Stage 2 - 1.5km time trial
Today was a split day. In the morning it was a short time trial but was straight uphill. I did it in my smallest gear so you can imagine how steep it was. My team mate, Alexei Sivakov was in the jersey and won the time trial so he would keep the jersey .
Stage 3 - 120km
The afternoon stage was or looked pretty easy. My job was to swap off, try to get over the K.O.M then win the bunch sprint. Easy! I swapped off with one other rider from my team for the first 50km then when we hit the hill I was dropped again. I chased for 30km into a block head wind and when I realised I wasn't getting back on I decided to tempo to the finish. It's pretty hard to tempo into a head wind by yourself. When I finally made it to the finish I was told by my director that I had been too far out of the time limit and was eliminated.
I wanted to try and get through this tour but everyone said before that it was a really hard and hilly tour. My next race is Franco Belge, it's supposed to be flat so hopefully I get a chance at a bunch sprint.
June 1, 1998 - Tour of Britain:
Prologue, 5km - ITT
Today was a nasty little time trial. It finished on a steep cobbled climb. I rode hard around the circuit but when I hit the finishing climb I put it in my smallest gear and rode to the top. The climb was about 18% so even though I wasn't racing up the climb it was still extremely difficult. I finished 32nd, which was pretty good considering I didn't max out. Stuey O'Grady finished in 5th place.
Stage 1, 210km
After yesterday, I thought I was going alright. How wrong I was. Today I was absolutely creeping. I went out the back after the first climb (83km) but then had to chase for the next 15km. I finally got back on but then we started the next climb which put me straight out the back again. The chase this time wasn't so far. Fortunately the bunch sat up afterwards and I was able to get back on quicker. Just before the last climb the road was full of short steep climbs and I was dropped leading up to the last K.O.M. After that I just found the laughing group and rode in to the finish. Stuey had a good day today and finished 3rd in the stage.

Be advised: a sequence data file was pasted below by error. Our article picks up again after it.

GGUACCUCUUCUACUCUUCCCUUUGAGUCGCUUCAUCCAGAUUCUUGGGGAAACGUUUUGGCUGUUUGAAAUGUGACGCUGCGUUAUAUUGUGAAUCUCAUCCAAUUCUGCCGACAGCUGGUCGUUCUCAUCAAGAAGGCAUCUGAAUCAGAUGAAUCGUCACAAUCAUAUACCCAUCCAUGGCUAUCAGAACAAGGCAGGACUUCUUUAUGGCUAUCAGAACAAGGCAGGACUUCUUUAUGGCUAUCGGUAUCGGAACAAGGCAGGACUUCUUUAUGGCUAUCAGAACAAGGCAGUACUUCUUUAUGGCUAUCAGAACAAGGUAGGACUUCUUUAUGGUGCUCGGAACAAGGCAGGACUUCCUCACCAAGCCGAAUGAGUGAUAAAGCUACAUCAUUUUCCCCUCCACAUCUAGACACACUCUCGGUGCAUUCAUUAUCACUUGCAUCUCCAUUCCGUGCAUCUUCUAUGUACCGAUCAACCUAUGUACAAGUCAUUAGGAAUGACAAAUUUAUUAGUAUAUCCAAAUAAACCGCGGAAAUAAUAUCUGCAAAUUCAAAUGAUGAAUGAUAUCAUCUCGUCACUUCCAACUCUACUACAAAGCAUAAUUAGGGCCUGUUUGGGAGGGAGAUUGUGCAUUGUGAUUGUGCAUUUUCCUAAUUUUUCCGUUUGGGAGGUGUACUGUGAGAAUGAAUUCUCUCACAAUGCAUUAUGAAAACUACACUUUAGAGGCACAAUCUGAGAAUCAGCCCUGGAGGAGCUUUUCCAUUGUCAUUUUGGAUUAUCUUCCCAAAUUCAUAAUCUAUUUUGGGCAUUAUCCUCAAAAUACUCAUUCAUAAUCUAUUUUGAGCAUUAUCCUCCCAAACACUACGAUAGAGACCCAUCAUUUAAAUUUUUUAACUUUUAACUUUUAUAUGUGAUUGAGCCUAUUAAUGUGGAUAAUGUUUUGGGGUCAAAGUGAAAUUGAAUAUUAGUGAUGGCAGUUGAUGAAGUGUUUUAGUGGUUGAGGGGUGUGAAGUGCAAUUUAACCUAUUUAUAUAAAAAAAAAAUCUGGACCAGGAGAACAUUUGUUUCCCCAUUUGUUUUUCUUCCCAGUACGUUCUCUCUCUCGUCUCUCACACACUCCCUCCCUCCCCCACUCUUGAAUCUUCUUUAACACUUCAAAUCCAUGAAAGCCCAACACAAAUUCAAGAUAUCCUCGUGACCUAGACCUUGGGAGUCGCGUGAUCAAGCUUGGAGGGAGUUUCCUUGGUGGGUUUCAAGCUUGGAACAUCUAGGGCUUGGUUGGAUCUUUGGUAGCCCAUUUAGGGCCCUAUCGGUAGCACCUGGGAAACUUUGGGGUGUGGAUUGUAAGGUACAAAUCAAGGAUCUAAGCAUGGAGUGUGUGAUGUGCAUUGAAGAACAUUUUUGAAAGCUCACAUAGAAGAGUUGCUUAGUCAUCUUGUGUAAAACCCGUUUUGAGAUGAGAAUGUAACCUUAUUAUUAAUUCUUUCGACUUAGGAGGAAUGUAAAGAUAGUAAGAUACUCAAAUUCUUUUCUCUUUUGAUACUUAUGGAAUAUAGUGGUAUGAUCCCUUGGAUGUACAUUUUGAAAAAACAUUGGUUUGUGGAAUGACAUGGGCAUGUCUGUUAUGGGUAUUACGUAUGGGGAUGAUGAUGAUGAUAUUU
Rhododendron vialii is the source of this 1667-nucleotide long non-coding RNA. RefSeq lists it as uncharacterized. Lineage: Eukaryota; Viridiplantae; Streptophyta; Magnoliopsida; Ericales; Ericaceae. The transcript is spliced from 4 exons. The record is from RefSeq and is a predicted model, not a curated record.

Stage 2, 170km
I wasn't looking forward to today's stage at all. There were 4 x K.O.M. sprints today. The first 2 were around 22% which is really steep but they were nothing to the 3rd. It was 33%.......that's right! I couldn't believe it myself. Most riders had a 25 tooth cog on the back wheel but I only had a 23. I think I was doing about 4km/hr up it and that wasn't bad. Some guys stopped and walked up it for a while. Steve Williams who was riding for the Australian National team was caught on camera. He had stopped half way up the climb and was shaking hands with the crowd. It was a good laugh watching it on T.V. that night. I finished the stage with one of the laughing groups, I think it was the 2nd out of 4. Stuey won the stage in a small group sprint which put him in the leaders jersey. My team mate finished 3rd in today's stage. A good result for the team.
Stage 3, 188km